‘Taking Stock’ of Bycatch in Brisbane

June 21, 2010 10:25

 Fishing activities around the world have marine ecosystems under pressure. Even non-targeted species are at risk from a host of unsustainable practices. In many cases workers on the water are willing to change their habits in favor of more responsible best practices but so far science-driven education and research has lacked global coordination, reports www.megafishnet.com with reference to International Seafood Sustainability Foundation.

Bycatch, the unintended capture of marine life, is a growing area of concern threatening long-term sustainability in many fisheries. The extent of the environmental impact depends on the type of gear used to fish. Most tuna is caught by purse seine vessels, which utilize a large net to fish, often in tandem with fish aggregating devices or FADs. These floating objects attract schools of tuna but also tend to entice other species in the same area.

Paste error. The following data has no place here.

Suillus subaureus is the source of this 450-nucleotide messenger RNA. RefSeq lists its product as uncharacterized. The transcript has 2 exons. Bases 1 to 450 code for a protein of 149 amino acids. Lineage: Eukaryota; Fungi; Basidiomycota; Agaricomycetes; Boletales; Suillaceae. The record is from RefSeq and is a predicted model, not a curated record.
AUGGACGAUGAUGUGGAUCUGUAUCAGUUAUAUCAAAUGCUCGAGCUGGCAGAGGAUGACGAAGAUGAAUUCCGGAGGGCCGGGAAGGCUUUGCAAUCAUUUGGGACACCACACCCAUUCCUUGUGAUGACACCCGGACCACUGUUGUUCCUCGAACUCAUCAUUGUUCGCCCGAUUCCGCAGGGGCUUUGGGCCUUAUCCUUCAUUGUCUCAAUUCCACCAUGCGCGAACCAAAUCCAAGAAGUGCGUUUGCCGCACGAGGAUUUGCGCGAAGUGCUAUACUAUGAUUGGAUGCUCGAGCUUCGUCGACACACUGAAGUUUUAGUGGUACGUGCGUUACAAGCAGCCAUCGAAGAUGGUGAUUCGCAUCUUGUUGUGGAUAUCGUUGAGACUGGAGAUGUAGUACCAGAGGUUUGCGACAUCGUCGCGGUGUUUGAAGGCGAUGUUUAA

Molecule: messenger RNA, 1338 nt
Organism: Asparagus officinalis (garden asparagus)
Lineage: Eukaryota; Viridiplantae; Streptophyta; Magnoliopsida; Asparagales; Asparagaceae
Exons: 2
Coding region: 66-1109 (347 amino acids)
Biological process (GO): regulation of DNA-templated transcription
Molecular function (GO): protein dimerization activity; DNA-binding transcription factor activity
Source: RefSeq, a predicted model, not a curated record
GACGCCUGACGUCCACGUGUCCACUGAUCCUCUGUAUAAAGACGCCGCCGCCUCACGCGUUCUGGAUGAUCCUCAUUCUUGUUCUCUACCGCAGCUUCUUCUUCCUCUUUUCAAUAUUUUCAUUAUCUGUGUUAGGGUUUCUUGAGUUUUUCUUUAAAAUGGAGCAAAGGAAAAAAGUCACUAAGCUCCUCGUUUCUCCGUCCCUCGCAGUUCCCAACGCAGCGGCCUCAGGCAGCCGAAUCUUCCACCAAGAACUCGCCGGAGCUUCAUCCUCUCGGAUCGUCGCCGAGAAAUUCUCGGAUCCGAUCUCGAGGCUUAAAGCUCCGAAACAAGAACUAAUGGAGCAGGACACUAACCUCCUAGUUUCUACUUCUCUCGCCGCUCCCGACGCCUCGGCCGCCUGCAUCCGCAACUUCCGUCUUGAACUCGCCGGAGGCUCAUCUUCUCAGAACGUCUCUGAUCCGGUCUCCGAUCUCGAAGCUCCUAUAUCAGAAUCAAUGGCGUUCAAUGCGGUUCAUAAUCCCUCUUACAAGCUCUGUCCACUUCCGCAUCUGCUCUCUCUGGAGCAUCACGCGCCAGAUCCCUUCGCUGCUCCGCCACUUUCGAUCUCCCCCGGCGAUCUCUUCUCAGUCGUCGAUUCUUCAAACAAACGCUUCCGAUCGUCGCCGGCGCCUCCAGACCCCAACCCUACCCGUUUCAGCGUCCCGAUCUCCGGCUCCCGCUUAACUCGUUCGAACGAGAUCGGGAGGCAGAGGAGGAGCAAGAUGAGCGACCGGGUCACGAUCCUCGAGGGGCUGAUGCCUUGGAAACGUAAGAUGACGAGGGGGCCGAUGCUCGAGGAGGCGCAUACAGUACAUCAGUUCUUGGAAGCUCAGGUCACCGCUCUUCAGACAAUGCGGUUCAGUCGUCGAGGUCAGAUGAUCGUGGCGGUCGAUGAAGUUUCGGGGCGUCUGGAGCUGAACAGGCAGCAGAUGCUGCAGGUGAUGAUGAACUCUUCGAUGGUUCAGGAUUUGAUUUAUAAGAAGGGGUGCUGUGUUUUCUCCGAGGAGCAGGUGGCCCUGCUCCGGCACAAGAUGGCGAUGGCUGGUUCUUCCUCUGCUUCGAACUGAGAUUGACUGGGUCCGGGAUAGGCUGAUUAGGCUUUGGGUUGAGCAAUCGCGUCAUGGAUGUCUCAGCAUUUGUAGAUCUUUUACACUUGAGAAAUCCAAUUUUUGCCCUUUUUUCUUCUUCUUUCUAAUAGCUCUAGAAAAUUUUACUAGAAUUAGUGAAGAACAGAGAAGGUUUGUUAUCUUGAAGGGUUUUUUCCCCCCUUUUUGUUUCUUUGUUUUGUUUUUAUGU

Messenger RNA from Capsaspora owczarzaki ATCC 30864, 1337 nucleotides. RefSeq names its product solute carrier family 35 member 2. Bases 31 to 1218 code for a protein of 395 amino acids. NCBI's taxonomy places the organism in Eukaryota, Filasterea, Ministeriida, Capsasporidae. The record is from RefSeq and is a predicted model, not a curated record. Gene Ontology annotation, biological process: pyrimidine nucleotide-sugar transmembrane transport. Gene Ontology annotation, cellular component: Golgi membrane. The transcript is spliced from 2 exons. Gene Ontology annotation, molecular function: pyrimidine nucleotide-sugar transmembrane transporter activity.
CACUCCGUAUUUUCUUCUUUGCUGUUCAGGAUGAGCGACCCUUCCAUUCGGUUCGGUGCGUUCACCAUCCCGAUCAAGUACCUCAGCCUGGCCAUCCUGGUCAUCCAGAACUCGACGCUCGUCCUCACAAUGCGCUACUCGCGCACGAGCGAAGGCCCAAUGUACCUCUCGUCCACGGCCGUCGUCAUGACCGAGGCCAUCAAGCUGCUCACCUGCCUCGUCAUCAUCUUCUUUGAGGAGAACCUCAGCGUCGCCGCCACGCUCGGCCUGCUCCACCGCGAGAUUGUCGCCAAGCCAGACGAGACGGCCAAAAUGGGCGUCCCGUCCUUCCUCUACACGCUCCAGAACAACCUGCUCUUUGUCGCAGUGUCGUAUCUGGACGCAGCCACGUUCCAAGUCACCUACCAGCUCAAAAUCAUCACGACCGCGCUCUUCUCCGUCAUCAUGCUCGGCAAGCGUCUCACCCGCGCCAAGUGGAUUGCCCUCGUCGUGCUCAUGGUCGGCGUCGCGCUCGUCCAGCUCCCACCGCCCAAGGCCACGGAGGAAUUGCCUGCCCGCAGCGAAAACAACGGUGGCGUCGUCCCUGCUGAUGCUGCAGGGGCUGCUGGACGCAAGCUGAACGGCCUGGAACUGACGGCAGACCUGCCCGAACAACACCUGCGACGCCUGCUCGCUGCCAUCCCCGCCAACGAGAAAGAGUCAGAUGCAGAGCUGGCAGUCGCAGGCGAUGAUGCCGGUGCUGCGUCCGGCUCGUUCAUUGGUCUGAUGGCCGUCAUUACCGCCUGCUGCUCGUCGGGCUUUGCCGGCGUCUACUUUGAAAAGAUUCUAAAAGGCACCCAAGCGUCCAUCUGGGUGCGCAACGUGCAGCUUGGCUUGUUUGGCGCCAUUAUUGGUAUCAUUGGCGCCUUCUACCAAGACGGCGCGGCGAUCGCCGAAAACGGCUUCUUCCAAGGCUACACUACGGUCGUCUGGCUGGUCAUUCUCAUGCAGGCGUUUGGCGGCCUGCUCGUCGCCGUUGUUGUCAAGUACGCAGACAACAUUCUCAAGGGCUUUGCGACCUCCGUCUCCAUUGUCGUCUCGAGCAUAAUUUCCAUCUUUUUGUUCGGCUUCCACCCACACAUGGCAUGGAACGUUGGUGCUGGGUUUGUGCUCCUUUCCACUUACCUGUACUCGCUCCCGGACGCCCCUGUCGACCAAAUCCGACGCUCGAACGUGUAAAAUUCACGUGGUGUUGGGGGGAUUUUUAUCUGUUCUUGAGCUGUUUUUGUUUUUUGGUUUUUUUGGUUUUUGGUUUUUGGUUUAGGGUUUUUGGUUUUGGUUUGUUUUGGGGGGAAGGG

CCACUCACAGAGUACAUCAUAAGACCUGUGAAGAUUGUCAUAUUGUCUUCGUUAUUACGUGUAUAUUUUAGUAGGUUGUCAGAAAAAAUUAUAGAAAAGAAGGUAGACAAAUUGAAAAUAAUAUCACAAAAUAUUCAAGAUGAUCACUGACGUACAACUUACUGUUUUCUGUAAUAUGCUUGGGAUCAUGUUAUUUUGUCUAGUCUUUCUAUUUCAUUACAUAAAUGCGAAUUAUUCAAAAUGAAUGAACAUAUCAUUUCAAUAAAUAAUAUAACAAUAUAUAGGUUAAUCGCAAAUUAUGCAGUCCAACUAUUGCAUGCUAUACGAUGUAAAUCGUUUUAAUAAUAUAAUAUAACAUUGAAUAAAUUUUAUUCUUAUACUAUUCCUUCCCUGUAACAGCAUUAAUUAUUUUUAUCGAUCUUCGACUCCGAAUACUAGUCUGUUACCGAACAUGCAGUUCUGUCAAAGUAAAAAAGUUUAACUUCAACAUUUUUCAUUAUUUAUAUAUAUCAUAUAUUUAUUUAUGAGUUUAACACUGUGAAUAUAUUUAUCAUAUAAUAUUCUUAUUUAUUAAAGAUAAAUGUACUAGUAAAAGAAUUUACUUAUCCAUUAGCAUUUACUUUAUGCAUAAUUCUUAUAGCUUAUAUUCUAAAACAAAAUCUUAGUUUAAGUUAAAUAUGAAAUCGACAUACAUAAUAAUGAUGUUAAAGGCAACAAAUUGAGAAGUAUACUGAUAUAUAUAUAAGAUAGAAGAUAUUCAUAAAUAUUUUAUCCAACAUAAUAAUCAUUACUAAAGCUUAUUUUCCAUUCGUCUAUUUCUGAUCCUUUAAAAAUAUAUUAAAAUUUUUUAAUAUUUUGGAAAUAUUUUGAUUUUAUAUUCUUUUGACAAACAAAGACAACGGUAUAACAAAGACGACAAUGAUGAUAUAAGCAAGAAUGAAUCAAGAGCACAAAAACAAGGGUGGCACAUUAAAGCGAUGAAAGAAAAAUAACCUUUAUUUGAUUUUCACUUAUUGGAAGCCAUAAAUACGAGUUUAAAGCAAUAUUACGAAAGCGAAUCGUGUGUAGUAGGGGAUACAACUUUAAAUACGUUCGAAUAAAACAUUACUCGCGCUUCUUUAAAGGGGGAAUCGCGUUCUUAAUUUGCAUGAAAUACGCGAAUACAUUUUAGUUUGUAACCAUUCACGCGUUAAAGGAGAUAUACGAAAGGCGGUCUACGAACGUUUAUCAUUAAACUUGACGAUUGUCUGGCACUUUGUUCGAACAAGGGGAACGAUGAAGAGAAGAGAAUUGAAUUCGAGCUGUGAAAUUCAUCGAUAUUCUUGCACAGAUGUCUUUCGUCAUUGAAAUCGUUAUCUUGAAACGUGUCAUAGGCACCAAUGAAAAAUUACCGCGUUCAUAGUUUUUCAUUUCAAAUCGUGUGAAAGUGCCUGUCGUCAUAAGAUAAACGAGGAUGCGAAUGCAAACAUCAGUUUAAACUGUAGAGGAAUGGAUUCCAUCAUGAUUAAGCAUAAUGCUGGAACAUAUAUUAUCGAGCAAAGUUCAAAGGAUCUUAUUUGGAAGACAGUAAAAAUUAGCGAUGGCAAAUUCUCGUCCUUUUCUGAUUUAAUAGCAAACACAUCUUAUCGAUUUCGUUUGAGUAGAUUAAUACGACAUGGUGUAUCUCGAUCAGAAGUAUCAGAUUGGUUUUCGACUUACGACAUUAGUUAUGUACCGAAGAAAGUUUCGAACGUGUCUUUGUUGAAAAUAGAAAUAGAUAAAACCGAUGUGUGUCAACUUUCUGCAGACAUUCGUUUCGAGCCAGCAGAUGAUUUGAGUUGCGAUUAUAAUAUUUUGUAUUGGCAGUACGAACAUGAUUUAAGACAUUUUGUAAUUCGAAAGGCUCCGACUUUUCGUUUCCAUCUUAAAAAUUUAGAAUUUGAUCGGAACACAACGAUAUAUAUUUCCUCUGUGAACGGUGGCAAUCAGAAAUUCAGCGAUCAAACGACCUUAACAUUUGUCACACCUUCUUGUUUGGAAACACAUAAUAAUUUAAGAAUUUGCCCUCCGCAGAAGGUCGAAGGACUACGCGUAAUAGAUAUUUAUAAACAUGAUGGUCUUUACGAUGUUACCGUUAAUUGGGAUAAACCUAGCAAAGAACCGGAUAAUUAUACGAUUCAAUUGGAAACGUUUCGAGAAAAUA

"Purse seine fishing is an effective and efficient way to fish but we can not ignore the environmental consequences of scooping up more than just tuna in those nets," International Seafood Sustainability Foundation (ISSF) President Susan Jackson said. "The scientific community is itching for the opportunity to collectively solve this problem and they need our support to get the job done.

Next Saturday, ISSF will host some of the world's top scientists for Taking Stock 2010 - Brisbane, a workshop on bycatch in purse seine tuna fisheries that will supplement the Joint Tuna RFMO International Workshops. Presenters will explore what's currently being done about bycatch, as well as the impact of tuna fishing on species such as sharks, turtles and small tunas, and detail a research plan being facilitated by ISSF.

"Our goal is to improve the way nations manage fisheries and if we expect them to mandate a series of best practices, or new technologies and techniques, we must have scientific evidence to prove their worth," Jackson added.

"Standing behind a comprehensive scientific approach today means we won't be back here in 10 years trying to fix the same problems all over again."

The International Seafood Sustainability Foundation is a global partnership among scientists, the tuna industry and WWF, the world's leading conservation organization, committed to science-based initiatives for the long-term conservation and sustainable use of tuna stocks, reducing bycatch and promoting ocean health.

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